Monkey Shoulder

Malt Master David Stewart decided one day to create the world’s first ‘triple’ malt, by combining single malts from three of Speyside’s distilleries – Glenfiddich, Balvenie and Kininvie. Also to note is that there is not a single drop of grain whisky in Monkey Shoulder.

Monkey Shoulder_NAS_The Smoky DramWhisky: Monkey Shoulder, 43% ABV (Cost around R360)

Region: Speyside, Scotland

Style: Blended Malt (aka Vatted Malt)

Age: NAS

The term ‘monkey shoulder’ is a reference to a condition that maltmen sometimes picked up while working long shifts, turning the barley by hand. It had a tendency to cause their arm to hang down a bit like a monkey’s, so they nicknamed it ‘monkey shoulder’. While the maltmen at Moneky Shoulder are among the few whom still turn the barley manually, working conditions have changed which means this injury has been consigned to the past.

For Money Shoulder the chosen malts are matured in first fill ex-bourbon casks. The three Speyside malts are then blended together in a small marrying tun for anything from three to six months. This is a 100% malt Scotch whisky, distilled, matured and bottled in Dufftown, Scotland.

Colour: Deep gold to burnished with some slow and thick legs.

Nose: Sweet with lots of vanilla, slight floral influences and oak wood notes. A smattering of winter spices (cloves and nutmeg) adds to the depth of the nose. Also get some slight Christmas cake, brandy tart and some fresh fragrant fruits (pears and peaches).

Palate: Smooth and creamy velvety mouth feel. Vanilla is more subdued on the palate with some fruit fudge and wood spice coming to the fore. The sweet winter spiciness (nutmeg and cinnamon) creates a spicy tingle on one’s whole tongue. Drinks very easily.

Finish: Remarkably smooth, medium in length and fairly lingering with a lovely warm and sweet heart.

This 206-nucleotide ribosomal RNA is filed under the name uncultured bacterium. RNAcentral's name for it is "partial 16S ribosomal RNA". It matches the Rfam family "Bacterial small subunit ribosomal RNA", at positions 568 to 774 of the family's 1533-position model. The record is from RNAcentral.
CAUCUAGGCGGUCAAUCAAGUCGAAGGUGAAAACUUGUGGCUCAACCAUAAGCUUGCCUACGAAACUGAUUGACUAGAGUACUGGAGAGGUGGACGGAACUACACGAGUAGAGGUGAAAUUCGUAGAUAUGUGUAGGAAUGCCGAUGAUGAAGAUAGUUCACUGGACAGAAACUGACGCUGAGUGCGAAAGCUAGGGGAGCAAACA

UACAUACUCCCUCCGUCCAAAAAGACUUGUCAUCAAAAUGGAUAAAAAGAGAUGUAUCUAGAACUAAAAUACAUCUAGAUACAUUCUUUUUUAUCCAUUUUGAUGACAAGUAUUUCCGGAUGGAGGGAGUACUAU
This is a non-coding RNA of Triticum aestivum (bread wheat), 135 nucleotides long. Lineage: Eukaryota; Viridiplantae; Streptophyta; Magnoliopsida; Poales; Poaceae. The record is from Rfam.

Overall: An easy to drink dram that is not only very well made, with a gorgeous nose and great palate, it is also very well priced.

My Score: 82

Big Peat

From a blended whisky review to my first blended malt review. For it I chose Big Peat, by Douglas Laing, a blended malt from Islay. It comprises only malt whisky from the island of Islay and it is made up of whisky from Coal Ila, Bowmore, Ardbeg and Port Ellen (which closed in 1983!).

Big Peat_The Smoky DramWhisky: Big Peat, 43% ABV (Cost around R460)

Region: Islay, Scotland

Style: Blended Malt

Age: NAS

A blended malt is a combination of single malt whiskies from different distilleries. It differs from a standard blended whisky in that the blending components must be made exclusively from malted barley (in other words a single malt) and does not contain any grain. It was previously known as a “vatted malt” whisky.

As one can deduce from the name of the whisky, and not to mention from the distilleries that contribute to the blend, this is a peated whisky. According to the Whisky Science blog peat is a spongy material formed by the partial decomposition of organic matter (vegetation) in wetlands. The smoky flavour of a peat reek is supposedly coming from simple phenols, its alcohol-derivatives and creosols. The smoky flavour that some of us so enjoy in our whisky comes from the drying of the malted barley by a peat fire. Big Peat has a PPM of around 40.

Colour: Pale gold to straw with many long medium legs.

Nose: Starts off with a refreshing seaside saltiness and that wonderful peaty smoke. Lovely woody spices follow with a slight hint of medicinal character and an almost sweetness of pecan nut slice. Gorgeous and complex.

Palate: Burnt wood logs and smokiness is what I get on the first sip. This is quickly followed by a tongue tingling spiciness (cinnamon) across the whole mouth. It has a grassiness to it as well as some nuttiness. Palate is round and full with great complexity.

Finish: Long, warm and lingering with lovely enduring spiciness (especially on the tip of tongue) and more of that magnificent peaty smokiness.

Overall: If you are a fan of smoky or Islay whiskies, this one is for you. Not only is it seriously delicious, with a smooth smokiness that makes it very easy to drink, but it is a very affordable dram (especially considering there is Port Ellen whisky in the blend).

My Score: 87